In 1860 the Prince of Wales, future King of England, travelled along the Ottawa River aboard the steamship “Ann Sisson”. It was lost beneath the waves in 1871.
This is the search to find it…
THE LOST STEAMSHIP
The year was 1860 and Ottawa had recently been selected by Queen Victoria as the permanent capital of the Province of Canada, yet the Queen would never visit Canada as it was said she despised traveling on water due to seasickness. Instead, she sent her son, Albert Edward, Prince of Wales (later King Edward VII) in her place to make the first official royal visit to Canada in 1860.
The eighteen year old Prince would visit Newfoundland, the Maritimes and the Province of Canada (later Ontario and Québec) and open the Victoria Bridge between the Island of Montréal and the south shore of the St Lawrence River. Under full Masonic ceremony, the future Grand Master of the Freemasons United Grand Lodge of England, would also laid the cornerstone for our grand Parliament Buildings in Ottawa. (More on that event in a previous column here)
After a whirlwind tour of Ottawa with residents and businesses giving Edward the “Royal Treatment”, the future King boarded the 139 foot side-wheeler steamship Anne Sisson in Aylmer to tour the young prince up the Ottawa River. This steamship was outfitted for the royal journey, its usual lumber ship duties altered when passenger accommodations were added. Owned by Brewster & Mulholland, from Montreal, they outfitted the ship for the Prince and his entourage to venture north on the river.
The Prince left Aylmer and steamed away in the royally appointed ship and as evening approached, the royal party decided to stay overnight in Quyon, Quebec. The next day she docked in Pontiac and boarded a horse railway there to take Edward on the remainder of his Ottawa Valley Tour. (The remains of that railway were discovered in a previous column here) The royal steam ship then returned to its duties as a lumber steamer, later strengthened, then became a passenger steamer in 1863 transporting passengers between Aylmer/Ottawa and Pontiac under the Union Forwarding and Railway Company. Records show in 1871 the once regal ship was stripped and abandoned in the Ottawa River, its location unknown.
So where is the Royal Wreck? Having been lost for 147 years would there even be anything left of this river steamship? I became intrigued with finding this important piece of Ottawa history and began a quest to find this lost ship.
A quick Google search revealed I was not the only one who was interested in finding the old ship, a Britannia resident by the name of Mike Kaulbars wrote extensively about her on his blog “Britannia: A History”. His research deduced that the ship was abandoned somewhere in the vicinity of Britannia Beach. I contacted Mike and began to collect research materials that would hopefully lead us to our shipwreck.
Ottawa in 1857 was quite different than what we enjoy today, a backwoods encampment of lumber men, canal labourers and military personnel. The streets were dusty dirt paths, the majority of the land still being swamp and forest. The main mode of transportation was by boat, using steamships to carry both goods and passengers along the Ottawa River from Montreal, and then either south through the Rideau Canal system to Kingston, or northbound on the Ottawa River to Chats Falls where a portage railway would meet up with another steamship to carry goods and people further north on the river to Arnprior, Renfrew, and eventually on to Pembroke.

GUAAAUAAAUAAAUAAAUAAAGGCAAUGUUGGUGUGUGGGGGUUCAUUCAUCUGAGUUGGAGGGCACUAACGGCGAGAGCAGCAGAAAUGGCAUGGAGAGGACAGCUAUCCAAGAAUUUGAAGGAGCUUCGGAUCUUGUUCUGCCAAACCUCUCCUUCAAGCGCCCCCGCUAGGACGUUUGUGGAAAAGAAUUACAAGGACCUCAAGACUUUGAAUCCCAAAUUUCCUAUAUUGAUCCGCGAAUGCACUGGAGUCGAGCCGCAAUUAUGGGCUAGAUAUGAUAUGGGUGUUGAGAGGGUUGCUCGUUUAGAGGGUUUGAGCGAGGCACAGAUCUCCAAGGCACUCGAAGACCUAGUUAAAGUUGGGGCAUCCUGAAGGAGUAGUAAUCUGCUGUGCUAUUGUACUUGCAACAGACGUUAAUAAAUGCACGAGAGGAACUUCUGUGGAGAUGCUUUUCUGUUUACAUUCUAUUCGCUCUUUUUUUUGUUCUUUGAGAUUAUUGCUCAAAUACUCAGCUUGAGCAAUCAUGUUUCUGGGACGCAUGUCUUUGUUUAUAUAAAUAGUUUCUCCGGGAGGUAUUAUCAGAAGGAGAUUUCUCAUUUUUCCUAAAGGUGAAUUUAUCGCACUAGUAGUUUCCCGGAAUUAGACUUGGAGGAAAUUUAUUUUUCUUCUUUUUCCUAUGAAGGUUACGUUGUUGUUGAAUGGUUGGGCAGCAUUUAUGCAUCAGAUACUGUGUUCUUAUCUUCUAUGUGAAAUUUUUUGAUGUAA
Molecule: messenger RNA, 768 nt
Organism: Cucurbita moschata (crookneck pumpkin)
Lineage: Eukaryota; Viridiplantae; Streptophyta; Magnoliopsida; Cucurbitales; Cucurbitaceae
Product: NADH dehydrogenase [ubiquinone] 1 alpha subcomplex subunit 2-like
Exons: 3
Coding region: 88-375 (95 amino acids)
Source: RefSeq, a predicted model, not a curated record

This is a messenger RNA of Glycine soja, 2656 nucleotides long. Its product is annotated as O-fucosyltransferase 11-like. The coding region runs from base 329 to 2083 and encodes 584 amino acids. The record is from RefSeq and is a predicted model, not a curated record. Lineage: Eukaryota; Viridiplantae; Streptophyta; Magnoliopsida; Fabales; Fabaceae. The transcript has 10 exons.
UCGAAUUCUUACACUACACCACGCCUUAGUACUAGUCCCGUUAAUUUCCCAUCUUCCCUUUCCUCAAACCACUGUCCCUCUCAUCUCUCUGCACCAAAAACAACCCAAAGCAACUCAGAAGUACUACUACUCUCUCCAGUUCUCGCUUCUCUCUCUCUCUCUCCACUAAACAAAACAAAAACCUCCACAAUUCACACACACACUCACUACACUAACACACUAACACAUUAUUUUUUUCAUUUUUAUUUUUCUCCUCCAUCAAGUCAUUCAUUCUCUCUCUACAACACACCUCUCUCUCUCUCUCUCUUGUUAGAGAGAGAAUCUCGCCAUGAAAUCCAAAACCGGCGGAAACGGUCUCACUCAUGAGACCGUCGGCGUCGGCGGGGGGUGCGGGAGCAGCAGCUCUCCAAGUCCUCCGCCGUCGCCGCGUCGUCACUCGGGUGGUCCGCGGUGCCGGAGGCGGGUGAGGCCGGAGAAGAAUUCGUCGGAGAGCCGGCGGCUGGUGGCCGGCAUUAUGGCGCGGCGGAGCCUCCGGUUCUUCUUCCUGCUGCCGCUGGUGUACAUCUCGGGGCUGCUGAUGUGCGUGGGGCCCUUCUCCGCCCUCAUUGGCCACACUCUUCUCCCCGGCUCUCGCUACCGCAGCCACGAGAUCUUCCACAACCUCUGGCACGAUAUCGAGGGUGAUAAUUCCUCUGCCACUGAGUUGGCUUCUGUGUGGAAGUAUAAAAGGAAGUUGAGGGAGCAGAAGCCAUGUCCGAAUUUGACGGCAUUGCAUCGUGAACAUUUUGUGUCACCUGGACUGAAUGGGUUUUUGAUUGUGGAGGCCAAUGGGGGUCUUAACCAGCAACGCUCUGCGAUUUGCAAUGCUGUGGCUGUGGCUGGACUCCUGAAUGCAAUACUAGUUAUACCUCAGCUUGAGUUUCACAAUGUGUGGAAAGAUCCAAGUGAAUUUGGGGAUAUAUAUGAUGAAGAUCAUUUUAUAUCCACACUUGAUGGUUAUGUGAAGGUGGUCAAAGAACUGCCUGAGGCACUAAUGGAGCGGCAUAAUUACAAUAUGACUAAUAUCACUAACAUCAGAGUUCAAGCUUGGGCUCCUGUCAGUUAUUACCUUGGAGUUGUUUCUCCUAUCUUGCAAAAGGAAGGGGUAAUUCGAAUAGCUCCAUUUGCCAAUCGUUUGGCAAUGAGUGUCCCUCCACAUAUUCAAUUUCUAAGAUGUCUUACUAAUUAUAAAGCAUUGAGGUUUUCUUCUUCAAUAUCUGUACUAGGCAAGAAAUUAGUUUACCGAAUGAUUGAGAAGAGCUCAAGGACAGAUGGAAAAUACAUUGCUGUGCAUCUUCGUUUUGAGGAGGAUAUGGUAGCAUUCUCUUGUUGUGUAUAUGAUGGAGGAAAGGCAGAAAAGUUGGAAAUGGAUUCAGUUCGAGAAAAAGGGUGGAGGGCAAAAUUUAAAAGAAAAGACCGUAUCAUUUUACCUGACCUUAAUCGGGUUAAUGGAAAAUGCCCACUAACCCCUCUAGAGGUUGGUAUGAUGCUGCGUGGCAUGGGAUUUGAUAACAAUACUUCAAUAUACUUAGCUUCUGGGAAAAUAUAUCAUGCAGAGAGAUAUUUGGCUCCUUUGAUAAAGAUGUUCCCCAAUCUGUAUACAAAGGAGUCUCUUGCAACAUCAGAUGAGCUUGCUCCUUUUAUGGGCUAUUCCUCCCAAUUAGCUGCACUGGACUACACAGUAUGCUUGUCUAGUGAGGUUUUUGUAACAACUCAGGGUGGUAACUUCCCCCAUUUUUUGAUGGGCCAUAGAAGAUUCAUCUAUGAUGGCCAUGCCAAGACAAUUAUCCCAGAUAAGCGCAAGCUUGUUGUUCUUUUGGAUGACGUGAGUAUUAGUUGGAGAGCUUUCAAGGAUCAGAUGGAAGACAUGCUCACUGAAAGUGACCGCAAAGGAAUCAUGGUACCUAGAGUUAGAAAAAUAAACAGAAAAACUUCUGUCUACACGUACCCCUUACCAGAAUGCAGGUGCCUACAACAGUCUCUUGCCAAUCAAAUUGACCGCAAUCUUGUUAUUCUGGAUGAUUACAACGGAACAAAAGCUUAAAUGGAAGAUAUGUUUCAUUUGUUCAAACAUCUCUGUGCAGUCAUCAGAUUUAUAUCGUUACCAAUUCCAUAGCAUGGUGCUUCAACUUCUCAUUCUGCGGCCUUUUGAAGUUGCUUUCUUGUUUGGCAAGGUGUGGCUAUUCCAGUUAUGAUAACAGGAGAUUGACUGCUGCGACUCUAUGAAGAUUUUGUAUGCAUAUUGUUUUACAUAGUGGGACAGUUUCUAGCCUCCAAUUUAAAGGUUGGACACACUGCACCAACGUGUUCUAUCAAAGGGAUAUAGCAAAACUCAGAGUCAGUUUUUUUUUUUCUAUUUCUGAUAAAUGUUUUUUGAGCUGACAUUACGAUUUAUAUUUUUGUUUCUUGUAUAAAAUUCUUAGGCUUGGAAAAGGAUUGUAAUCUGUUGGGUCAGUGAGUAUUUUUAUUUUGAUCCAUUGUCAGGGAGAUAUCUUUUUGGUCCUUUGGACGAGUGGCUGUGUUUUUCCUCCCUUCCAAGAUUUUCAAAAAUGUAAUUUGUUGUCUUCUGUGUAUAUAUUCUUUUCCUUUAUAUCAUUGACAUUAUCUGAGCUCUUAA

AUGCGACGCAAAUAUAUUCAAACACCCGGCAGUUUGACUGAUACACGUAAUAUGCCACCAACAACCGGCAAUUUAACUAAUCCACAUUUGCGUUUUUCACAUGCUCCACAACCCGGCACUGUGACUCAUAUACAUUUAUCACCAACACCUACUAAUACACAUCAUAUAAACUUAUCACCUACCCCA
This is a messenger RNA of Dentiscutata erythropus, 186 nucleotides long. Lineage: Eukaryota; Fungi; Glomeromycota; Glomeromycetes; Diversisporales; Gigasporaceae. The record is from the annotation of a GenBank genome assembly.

The steamship of choice for the Ottawa River journey were side-wheelers that had a somewhat flat bottom and shallower draught than other steamships of the era. Powered by low pressure, single cylinder steam engines fueled by the plentiful wood supply that grew along the banks of the Ottawa River.
Passengers in the mid 1800ʼs wanting to travel up the Ottawa River would board these steamships in Aylmer, usually departing the busy wharf in the morning and arriving at Chats Falls/Pontiac four hours later around 11am. the Aylmer wharf was also the site of a busy ship building industry that constructed many of the Ottawa River steamships. All that is left of this once busy port are some stone ruins around the Aylmer beach and its marina.
It was one of the steamships, our Ann Sisson, that was built in Aylmer and that plied the waters of the Ottawa River taking passengers and lumber back and forth between Pontiac and Aylmer. According to the book “A Foregone Fleet: A Pictorial History Of Steam-Driven Paddleboats on the Ottawa River” by Andrew E. Lamarinde and Gilles L. Seguin, the Anne Sisson was built in 1857. This ship had a wooden hull braced internally with a series of built-up longitudinal timbers, and the massive iron steam engine weighed 108 metric tons. The keel of the ship had to be strengthened to prevent the engine from breaking through the bottom of the hull. Iron fasteners would hold wooden planks running longitudinally.
When the Prince Of Wales arrived in Ottawa for his grand tour of North America, Ann Sisson was only three years old, so it would have been a fairly robust new ship to travel on. Preparations were made for the royal entourage, including cabin appointments for the four hour journey to Quyon, where the royal party made a surprise stay at the only inn in the village, with plates and cutlery being borrowed from residents to accommodate the unscheduled royal visit.
After the departure of Prince Edward Albert and the royal hoopla surrounding his visit, Ann Sisson was further strengthened and continued its work as a lumber vessel hauling timber back and forth until 1863 when it became a full time passenger steamer captained by Denis Murphy. Murphy would later form a partnership in the D. Murphy and Company, which mainly transported lumber and coal on the Ottawa River and Rideau Canal. In 1902 Murphy would represent the riding of Ottawa in the Legislative Assembly Of Ontario as a Conservative member until 1904.